In 14 of the 20 biopsies under investigation, dark staining fragments of tissue morphologically identifiable as portions of peripheral nerves were found (The Figure). There were both longitudinal and transverse sections of nerve fragments clearly identifiable in the granuloma. These were obviously remnants of nerves which had undergone destruction by the granulomatous inflammation and, therefore, a diagnosis of tuberculoid leprosy could be made on these 14 patients. Well-preserved and intact longitudinal and cross-sections of nerves, some in the middle of the granulomas, were seen in all five biopsies of sarcoidosis and in two biopsies of tuberculosis. These small intact nerves could be differentiated from nerves that had undergone fragmentation in the granulomas of tuberculoid leprosy. In addition, melanocytes and Langerhans' cells in the epidermis, dendritic cells in the granulomas, and sweat ducts in the dermis were also stained. The dendritic cells and the sweat ducts in the granuloma were easily differentiated from nerve fragments by their morphology.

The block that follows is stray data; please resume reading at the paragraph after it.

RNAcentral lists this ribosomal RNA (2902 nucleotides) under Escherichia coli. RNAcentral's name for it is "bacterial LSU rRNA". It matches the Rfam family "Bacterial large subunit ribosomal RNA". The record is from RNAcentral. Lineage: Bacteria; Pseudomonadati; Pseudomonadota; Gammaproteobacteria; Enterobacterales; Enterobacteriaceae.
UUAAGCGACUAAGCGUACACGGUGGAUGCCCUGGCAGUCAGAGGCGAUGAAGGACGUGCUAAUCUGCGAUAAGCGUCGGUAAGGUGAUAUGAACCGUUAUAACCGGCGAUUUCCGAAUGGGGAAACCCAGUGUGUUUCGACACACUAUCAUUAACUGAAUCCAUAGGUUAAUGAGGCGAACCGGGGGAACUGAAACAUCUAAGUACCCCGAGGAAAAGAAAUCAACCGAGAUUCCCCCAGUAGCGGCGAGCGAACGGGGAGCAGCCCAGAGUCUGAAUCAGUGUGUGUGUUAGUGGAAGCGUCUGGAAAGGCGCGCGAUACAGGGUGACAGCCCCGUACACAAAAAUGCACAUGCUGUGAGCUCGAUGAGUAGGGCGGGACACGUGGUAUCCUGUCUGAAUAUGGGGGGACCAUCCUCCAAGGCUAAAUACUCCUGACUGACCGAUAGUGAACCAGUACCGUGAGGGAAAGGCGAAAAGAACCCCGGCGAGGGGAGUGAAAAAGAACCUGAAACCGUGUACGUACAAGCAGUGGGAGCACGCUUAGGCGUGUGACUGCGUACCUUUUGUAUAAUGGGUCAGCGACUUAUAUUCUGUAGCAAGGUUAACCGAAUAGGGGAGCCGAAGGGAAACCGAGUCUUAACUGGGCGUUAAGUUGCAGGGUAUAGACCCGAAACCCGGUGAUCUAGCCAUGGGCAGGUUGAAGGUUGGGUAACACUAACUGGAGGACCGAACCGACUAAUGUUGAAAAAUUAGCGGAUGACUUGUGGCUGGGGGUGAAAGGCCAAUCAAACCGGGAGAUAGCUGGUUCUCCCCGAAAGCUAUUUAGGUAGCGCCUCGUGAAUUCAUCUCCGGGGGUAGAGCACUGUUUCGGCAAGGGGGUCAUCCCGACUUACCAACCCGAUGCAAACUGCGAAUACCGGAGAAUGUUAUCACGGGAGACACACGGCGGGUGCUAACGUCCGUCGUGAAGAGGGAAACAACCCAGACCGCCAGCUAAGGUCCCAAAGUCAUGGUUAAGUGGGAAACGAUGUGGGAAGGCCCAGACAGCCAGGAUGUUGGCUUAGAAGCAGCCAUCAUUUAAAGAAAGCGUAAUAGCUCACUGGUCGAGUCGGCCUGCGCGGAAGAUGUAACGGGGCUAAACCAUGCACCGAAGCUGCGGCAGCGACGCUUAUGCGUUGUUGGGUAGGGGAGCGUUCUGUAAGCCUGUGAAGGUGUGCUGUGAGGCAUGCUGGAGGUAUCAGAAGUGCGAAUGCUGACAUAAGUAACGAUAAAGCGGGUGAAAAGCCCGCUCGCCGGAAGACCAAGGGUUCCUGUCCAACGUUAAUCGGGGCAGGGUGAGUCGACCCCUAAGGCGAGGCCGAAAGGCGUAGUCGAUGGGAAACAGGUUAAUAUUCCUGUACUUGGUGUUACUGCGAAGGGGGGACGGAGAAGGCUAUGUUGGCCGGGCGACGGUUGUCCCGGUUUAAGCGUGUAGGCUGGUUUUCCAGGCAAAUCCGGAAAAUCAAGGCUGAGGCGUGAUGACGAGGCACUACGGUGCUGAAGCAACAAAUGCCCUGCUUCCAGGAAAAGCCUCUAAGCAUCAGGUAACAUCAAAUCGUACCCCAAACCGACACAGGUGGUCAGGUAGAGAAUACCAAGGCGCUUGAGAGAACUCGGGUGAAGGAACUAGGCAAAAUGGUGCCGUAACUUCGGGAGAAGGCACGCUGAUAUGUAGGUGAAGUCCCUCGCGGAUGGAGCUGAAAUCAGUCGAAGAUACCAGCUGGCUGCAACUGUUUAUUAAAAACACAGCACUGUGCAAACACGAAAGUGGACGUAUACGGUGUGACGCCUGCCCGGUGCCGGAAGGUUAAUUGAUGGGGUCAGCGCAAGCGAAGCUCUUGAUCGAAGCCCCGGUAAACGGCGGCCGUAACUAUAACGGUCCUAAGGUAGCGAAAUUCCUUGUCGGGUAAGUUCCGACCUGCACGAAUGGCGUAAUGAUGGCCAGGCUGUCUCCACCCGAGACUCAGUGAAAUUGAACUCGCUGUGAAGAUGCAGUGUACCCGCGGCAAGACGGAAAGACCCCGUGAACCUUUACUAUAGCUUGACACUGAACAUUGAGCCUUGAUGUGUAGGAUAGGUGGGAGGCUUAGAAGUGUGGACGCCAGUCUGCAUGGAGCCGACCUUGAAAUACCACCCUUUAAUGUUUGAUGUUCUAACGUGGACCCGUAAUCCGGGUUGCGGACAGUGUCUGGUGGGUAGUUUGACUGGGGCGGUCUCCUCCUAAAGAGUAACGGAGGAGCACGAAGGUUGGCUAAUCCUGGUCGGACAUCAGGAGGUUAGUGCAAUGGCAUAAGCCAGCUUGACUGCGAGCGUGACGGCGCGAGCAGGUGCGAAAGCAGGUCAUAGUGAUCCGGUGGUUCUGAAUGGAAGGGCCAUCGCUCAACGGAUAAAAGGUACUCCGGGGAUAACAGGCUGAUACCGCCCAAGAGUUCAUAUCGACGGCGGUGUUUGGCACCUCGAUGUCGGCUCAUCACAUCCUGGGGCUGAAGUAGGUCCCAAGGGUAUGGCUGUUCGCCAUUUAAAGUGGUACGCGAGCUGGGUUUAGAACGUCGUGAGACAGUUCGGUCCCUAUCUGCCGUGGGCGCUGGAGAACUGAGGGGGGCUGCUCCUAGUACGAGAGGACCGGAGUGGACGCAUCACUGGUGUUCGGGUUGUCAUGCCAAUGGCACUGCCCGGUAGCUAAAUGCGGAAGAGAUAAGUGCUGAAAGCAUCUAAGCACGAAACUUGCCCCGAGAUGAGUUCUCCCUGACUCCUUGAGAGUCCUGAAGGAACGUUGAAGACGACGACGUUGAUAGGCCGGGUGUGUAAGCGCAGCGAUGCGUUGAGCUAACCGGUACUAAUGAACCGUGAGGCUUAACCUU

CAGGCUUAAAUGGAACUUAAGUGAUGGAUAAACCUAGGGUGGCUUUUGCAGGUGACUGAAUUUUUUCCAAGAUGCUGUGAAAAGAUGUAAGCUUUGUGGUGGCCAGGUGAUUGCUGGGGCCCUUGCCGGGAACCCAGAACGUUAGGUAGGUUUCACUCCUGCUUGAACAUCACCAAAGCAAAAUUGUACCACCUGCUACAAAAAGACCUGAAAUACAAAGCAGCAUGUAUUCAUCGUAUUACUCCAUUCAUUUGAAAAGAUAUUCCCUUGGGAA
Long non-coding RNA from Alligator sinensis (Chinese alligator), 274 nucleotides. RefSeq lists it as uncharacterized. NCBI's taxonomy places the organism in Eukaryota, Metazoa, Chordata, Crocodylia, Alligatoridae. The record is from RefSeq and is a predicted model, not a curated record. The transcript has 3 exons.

The Figure. Section clearly showing fragments of peripheral nerves (immunoperoxidase stain for S-100 x 250).

 

Of these 14 biopsies from which a diagnosis of tuberculoid leprosy was confirmed, 7 belonged to the polar tuberculoid group and 7 to the borderline tuberculoid group. We strongly recommend the use of the S-100 protein as a marker to identify peripheral nerves to aid in the histopathological diagnosis of tuberculoid leprosy lesions.

 

- Charles K. Job, M.D., F.R.C.Path.
Vernia Drain, M.D.
Angelina T. Doming, B.S.
Robert C. Hastings, M.D., Ph.D.

Laboratory Research Branch
GWL Hansen's Disease Center
Carville, Louisiana 70721, U.S.A.

- Michael A. Gerber, M.D., Ph.D.

Department of Pathology
Tulane University Medical School
New Orleans, Louisiana, U.S.A.

 

REFERENCES

1. Fleury. R. N. and Bacchi, E. E. S-100 protein and immunoperoxidase technique as an aid in the histopathologic diagnosis of leprosy. Int. J. Lepr. 55(1987)338-344.

2. Kahn, H., Marks, A., Thom. II. and Baumel, R. Role of antibody S-100 protein in diagnostic pathology. Am. J. Clin. Pathol. 79(1983)341-347.